Don’t exploit America’s public lands for oil exploration

By

Opinion

September 5, 2019 - 10:37 AM

The Arctic National Wildlife Refuge in Alaska is in danger of being opened to oil and gas drilling.

In a blatantly cynical ploy to undo 35 years of preservation, the Republican controlled Congress in 2017 buried a provision in the GOP’s tax-cut bill to open portions of the 19 million-acre Arctic National Wildlife Refuge to oil exploration. Never mind that the only people in the country backing the idea were energy companies, the politicians who do their bidding and the people who profit from them. In fact, a poll taken shortly after the vote found that only 35% of Americans supported opening ANWR to drilling.

President Trump, of course, and his political appointees at the Interior Department are among that 35% eager to despoil the near-pristine preserve that provides vital habitat for caribou, polar bears and other species of the north. Proponents note that the 1980 Alaska National Interest Lands Conservation Act designated a section known as the 1002 area as a site for future drilling should Congress approve it. But that’s a far cry from saying it must be open for drilling, and the balance of interests tilts decidedly toward leaving the region alone.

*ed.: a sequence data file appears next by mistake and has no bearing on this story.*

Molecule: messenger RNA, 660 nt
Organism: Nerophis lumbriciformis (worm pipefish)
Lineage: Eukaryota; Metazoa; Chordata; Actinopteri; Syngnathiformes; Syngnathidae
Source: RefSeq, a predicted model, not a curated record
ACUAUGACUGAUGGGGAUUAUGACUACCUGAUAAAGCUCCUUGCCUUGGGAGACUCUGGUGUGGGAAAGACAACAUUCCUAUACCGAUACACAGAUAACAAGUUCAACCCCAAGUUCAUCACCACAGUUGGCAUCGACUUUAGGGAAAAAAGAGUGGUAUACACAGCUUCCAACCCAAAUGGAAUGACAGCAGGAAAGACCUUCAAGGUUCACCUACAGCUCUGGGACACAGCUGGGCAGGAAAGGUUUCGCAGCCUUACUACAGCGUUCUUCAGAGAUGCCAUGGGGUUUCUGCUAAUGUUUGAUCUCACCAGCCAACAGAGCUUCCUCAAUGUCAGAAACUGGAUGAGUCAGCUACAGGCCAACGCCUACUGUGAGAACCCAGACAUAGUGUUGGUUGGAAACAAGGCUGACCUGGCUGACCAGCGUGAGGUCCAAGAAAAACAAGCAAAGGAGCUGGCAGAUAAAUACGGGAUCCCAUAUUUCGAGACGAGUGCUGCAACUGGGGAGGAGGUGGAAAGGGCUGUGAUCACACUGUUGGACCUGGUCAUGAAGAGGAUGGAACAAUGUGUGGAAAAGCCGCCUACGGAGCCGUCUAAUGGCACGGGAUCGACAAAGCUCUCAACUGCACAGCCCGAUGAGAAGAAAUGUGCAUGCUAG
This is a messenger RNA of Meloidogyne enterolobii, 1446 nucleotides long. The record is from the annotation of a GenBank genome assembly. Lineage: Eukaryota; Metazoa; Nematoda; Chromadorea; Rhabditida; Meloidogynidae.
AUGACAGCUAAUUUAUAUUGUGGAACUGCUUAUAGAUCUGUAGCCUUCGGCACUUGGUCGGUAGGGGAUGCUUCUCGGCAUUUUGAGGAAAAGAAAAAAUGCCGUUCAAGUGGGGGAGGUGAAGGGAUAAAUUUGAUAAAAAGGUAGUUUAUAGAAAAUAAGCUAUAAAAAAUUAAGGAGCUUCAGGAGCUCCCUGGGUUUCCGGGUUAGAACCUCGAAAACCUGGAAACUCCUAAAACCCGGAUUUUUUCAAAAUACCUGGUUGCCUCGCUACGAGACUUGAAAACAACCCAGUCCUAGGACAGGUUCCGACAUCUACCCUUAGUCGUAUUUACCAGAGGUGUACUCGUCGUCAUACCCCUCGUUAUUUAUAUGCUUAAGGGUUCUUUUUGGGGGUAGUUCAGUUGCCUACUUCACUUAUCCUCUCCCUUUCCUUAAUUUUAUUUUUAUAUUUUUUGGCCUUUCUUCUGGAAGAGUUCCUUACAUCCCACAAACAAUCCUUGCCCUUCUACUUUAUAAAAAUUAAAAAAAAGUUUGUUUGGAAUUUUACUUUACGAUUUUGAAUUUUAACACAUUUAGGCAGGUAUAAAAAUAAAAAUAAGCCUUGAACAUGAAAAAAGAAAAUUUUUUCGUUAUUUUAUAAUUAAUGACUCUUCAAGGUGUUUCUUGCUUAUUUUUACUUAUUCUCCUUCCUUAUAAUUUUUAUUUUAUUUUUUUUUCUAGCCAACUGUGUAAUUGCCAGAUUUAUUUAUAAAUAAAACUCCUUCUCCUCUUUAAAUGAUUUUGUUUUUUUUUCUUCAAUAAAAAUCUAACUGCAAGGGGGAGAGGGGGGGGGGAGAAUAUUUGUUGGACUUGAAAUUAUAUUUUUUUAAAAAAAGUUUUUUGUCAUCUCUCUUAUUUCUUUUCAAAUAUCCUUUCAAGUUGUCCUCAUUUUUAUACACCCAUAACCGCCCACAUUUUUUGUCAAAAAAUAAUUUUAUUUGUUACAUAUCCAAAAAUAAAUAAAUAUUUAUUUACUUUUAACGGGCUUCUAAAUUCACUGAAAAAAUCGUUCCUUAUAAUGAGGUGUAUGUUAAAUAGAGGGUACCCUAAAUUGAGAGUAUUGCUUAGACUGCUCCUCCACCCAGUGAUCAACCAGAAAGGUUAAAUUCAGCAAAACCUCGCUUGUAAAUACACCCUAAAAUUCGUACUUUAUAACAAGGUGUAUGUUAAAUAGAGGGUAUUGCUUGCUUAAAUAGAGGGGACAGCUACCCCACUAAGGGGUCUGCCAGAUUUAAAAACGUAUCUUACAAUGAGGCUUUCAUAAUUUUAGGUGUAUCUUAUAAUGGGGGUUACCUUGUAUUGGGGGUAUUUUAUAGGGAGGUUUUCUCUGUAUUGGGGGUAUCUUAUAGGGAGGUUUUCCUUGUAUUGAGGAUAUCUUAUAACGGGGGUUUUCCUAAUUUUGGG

Yet recent reports indicate that officials in the Trump administration, some of whom came straight out of the industries from which they are supposed to be protecting the environment, have been rushing to auction off leases — no doubt with an eye to the election calendar and the current president’s poll numbers. In pushing to open ANWR to drilling, the Trump administration estimated two years ago that it would earn the federal government $1.8 billion in lease sales by 2027. The Congressional Budget Office said a few months later that it would be more like $1.1 billion; it has since reduced its estimate to $900 million. But a recent New York Times analysis put the likely federal revenue at $45 million, and the Taxpayers for Common Sense group put it even lower — about $20 million. Regardless of which of the numbers is correct, it’s a relatively paltry sum in return for significant risk of irreversible damage to a remote region that is crucial to so many species.

Related
July 8, 2020
October 9, 2019
February 20, 2019
September 11, 2018